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Species delimitation in the Choristoneura fumiferana species complex (Lepidoptera: Tortricidae) Open Access


Other title
neutral markers
species identification
simple sequence repeats
wing colour
adaptive traits
mitochondrial DNA
species delimitation
spruce budworm
Cypress Hills
Type of item
Degree grantor
University of Alberta
Author or creator
Lumley, Lisa Margaret
Supervisor and department
Sperling, Felix (Biological Sciences)
Examining committee member and department
Coltman, David (Biological Sciences)
Dancik, Bruce (Renewable Resources)
Evenden, Maya (Biological Sciences)
Volney, Jan (Renewable Resources)
Crespi, Bernard (Simon Fraser University)
Department of Biological Sciences

Date accepted
Graduation date
Doctor of Philosophy
Degree level
Species identifications have been historically difficult in the economically important spruce budworm (Choristoneura fumiferana) pest complex. Morphological, ecological, behavioural, and genetic characters have been studied to try to understand the taxonomy of this group, but diagnostic character states differ in frequency rather than being complete replacements between each species. I developed a morphology-based character system that focuses on forewing colour components (Chapter 2), as well as eight simple sequence repeats (SSRs, also referred to as microsatellite markers) (Chapter 3). I tested these along with a 470 bp region of COI mitochondrial DNA (mtDNA) (Chapter 2, 4) to determine their congruence with putative species that were identified by adaptive traits (larval host plant, length of larval diapause, larval and adult morphology, pheromone attraction, distribution). The morphometrics system was effective for identification of the five species tested, with only slight overlap between C. fumiferana and C. biennis. MtDNA distinguished C. fumiferana and C. pinus pinus, but the remaining species shared haplotypes. SSRs distinguished four species (C. fumiferana, C. pinus pinus, C. retiniana, C. lambertiana) but the remaining four species that were included in this survey (Chapter 4) remained mixed within two populations. There was evidence for hybridization between several species pairs. I also conducted a detailed study (Chapter 5) in Cypress Hills, an isolated remnant coniferous forest in western Canada, where identifying individuals from the Choristoneura fumiferana complex has been impossible due to the unusual ecogeographic characteristics of the area. I integrated data on behaviour, ecology, morphology, mtDNA, and SSRs, comparing Cypress Hills populations to those from other regions of North America to determine which species they resembled most. I delimited at least three populations, resembling C. fumiferana, C. occidentalis and C. lambertiana. Adult flight phenology, along with pheromone attraction, were identified as major isolating mechanisms between these populations. My studies highlighted the importance of integrative taxonomy for understanding species boundaries. Their patterns of differentiation suggest that spruce budworm species have recently diverged via natural selection in spite of some gene flow. Overall, this work is intended to contribute to more accurate identification of specimens and a better understanding of the evolutionary processes that drive speciation.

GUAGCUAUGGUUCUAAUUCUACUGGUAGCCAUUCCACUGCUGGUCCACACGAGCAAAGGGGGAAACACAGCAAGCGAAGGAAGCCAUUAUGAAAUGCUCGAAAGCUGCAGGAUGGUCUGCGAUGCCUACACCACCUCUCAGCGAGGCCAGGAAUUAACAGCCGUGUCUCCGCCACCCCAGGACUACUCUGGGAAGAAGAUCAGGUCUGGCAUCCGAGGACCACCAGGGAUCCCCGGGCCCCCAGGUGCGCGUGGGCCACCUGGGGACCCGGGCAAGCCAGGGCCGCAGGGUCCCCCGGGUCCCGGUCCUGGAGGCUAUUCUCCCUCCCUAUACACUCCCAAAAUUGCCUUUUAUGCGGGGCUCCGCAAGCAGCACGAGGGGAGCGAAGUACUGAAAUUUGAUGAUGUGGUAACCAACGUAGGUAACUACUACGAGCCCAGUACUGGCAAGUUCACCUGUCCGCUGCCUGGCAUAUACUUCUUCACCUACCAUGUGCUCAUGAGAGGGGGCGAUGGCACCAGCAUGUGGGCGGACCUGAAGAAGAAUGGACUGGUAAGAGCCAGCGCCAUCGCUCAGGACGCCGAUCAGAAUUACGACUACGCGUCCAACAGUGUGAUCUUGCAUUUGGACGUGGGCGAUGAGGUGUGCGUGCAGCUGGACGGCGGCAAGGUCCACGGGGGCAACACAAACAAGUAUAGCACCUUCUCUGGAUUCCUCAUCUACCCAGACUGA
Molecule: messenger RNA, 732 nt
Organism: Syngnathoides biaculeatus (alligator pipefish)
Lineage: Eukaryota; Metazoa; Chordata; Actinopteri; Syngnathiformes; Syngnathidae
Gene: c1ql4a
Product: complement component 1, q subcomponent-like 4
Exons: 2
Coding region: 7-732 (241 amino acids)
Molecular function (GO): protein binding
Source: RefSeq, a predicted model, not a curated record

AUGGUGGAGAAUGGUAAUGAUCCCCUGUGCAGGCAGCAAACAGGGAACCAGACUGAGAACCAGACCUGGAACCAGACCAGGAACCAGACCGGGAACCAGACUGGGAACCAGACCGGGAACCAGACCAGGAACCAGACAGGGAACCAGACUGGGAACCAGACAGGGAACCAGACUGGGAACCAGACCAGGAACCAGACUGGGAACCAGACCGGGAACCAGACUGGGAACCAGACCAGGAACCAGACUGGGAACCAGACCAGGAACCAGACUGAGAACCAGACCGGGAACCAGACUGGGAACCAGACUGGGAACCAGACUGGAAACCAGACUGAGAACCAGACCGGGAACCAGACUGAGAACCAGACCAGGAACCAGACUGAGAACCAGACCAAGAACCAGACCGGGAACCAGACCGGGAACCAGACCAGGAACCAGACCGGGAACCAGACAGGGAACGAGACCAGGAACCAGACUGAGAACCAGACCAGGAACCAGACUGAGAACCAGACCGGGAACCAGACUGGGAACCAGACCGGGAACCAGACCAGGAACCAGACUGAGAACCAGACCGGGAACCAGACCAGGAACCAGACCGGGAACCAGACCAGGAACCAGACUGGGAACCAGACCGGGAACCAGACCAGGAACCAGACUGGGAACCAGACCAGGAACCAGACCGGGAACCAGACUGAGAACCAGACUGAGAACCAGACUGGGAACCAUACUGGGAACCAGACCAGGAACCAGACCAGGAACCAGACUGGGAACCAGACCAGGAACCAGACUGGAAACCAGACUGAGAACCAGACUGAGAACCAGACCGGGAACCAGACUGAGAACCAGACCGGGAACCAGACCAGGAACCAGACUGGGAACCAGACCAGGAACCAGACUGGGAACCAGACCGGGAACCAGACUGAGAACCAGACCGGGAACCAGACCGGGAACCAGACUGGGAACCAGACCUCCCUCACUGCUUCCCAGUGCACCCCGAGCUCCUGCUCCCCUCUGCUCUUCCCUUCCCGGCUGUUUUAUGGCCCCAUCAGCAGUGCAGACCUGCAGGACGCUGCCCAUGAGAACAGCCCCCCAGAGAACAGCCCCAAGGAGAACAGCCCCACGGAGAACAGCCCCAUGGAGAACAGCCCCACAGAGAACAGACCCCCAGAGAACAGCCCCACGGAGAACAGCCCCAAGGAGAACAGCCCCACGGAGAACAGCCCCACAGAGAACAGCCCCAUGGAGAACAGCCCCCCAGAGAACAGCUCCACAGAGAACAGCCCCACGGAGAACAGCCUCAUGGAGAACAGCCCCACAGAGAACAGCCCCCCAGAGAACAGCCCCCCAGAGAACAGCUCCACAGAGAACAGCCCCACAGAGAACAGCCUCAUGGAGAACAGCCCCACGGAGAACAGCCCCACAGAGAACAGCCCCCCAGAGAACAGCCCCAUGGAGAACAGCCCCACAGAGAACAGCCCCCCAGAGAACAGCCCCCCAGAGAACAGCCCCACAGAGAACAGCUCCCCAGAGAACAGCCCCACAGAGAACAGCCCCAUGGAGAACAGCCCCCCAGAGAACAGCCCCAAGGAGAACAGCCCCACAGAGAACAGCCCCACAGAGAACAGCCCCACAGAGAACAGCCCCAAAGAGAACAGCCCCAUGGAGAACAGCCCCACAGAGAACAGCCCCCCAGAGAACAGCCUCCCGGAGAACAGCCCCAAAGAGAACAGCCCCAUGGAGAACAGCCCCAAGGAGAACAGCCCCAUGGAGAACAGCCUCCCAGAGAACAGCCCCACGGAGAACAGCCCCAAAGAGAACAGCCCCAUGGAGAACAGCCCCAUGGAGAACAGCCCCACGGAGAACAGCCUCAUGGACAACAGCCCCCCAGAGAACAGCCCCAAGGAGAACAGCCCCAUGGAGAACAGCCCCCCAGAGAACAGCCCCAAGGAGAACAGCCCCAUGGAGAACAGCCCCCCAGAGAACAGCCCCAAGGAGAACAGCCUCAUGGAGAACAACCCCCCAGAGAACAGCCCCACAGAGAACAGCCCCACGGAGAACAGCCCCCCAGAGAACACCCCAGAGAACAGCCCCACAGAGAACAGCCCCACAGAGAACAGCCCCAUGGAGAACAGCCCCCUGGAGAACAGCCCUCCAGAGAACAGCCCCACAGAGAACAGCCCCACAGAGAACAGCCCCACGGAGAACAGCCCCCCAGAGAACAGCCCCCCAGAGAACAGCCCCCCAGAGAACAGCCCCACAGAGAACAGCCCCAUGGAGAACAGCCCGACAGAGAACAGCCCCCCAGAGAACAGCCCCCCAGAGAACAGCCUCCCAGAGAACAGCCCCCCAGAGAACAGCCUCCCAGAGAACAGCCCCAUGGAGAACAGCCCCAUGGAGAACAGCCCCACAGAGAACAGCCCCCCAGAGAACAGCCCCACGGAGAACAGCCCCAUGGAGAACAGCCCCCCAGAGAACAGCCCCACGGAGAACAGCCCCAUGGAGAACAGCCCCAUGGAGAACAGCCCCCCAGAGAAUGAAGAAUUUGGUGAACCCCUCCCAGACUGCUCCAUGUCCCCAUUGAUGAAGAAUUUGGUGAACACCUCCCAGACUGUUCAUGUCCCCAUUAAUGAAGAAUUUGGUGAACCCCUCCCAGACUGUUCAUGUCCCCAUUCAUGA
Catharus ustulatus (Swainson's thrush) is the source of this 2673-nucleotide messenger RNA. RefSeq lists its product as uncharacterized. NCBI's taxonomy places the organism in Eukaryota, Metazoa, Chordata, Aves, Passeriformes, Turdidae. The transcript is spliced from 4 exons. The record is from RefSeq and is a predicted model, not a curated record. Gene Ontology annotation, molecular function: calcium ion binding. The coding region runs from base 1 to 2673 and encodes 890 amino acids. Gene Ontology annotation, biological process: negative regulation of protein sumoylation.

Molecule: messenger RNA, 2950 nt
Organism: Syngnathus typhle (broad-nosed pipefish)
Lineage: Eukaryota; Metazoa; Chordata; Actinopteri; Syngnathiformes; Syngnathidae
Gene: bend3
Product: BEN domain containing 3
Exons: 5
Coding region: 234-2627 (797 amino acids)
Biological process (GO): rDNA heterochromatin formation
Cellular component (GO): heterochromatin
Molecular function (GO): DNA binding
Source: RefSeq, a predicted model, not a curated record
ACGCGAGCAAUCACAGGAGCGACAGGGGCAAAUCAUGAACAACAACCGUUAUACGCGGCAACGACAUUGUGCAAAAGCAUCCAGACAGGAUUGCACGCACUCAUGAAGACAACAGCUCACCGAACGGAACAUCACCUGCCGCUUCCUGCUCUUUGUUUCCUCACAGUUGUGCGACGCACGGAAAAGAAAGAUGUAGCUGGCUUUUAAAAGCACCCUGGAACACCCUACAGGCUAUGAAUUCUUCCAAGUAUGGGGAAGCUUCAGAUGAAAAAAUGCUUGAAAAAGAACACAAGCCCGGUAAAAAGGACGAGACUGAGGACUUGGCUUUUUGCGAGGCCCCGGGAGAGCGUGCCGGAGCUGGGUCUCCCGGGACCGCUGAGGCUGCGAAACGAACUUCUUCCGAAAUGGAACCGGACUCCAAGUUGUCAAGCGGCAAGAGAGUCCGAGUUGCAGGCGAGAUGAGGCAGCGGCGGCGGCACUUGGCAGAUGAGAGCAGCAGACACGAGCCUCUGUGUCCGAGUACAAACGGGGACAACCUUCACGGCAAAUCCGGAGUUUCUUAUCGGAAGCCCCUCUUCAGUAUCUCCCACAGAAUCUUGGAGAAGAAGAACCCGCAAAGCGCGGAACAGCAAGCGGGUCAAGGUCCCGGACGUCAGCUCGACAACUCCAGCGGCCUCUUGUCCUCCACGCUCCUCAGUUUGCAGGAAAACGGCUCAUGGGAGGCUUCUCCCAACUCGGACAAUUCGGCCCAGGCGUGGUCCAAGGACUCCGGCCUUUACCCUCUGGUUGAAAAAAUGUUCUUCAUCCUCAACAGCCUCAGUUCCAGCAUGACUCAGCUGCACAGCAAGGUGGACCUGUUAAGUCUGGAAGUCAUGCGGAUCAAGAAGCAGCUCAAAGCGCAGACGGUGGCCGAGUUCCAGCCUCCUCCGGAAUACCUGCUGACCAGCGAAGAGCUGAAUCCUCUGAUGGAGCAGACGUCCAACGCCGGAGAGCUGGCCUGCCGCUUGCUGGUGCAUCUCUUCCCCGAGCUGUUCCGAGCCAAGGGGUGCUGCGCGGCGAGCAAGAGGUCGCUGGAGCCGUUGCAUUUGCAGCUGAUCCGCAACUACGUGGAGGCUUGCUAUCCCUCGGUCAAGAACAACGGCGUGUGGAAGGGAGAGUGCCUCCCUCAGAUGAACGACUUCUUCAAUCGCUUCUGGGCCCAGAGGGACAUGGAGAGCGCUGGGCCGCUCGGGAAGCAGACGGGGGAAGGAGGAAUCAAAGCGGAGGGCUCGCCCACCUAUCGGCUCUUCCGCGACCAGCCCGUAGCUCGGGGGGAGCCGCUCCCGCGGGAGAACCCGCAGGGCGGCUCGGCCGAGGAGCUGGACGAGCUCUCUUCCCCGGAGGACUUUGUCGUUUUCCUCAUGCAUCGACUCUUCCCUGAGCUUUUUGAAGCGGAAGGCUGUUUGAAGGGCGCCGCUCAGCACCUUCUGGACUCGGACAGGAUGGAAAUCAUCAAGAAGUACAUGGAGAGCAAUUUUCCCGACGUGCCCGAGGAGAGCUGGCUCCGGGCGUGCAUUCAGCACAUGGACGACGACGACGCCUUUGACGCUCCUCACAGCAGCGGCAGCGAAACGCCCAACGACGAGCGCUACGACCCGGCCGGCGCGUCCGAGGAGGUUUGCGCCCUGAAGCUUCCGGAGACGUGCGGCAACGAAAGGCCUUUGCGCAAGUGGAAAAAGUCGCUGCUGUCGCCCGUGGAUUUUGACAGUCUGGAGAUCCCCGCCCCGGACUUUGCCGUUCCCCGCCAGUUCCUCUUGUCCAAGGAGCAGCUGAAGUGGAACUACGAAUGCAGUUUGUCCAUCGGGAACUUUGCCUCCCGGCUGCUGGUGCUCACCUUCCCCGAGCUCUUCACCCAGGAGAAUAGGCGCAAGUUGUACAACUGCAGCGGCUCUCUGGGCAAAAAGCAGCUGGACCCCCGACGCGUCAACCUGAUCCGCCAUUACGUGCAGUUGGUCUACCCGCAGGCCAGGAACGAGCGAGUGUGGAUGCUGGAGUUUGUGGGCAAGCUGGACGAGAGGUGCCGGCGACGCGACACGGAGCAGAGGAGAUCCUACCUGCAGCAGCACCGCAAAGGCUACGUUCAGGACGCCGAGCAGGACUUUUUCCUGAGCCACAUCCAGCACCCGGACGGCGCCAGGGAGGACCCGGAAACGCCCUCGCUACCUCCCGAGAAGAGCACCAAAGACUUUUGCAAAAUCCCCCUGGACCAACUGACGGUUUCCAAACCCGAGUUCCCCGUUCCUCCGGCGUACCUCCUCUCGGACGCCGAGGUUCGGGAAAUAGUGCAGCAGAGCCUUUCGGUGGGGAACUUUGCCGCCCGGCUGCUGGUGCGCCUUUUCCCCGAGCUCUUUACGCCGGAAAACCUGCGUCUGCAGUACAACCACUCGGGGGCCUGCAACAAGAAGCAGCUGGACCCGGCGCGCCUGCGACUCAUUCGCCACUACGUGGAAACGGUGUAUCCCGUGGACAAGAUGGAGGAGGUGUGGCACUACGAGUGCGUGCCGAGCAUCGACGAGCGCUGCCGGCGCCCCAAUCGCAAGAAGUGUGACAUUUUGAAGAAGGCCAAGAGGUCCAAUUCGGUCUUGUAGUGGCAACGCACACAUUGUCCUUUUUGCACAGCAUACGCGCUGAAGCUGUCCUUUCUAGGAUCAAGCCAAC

License granted by Lisa Lumley ( on 2010-05-29 (GMT): Permission is hereby granted to the University of Alberta Libraries to reproduce single copies of this thesis and to lend or sell such copies for private, scholarly or scientific research purposes only. Where the thesis is converted to, or otherwise made available in digital form, the University of Alberta will advise potential users of the thesis of the above terms. The author reserves all other publication and other rights in association with the copyright in the thesis, and except as herein provided, neither the thesis nor any substantial portion thereof may be printed or otherwise reproduced in any material form whatsoever without the author's prior written permission.
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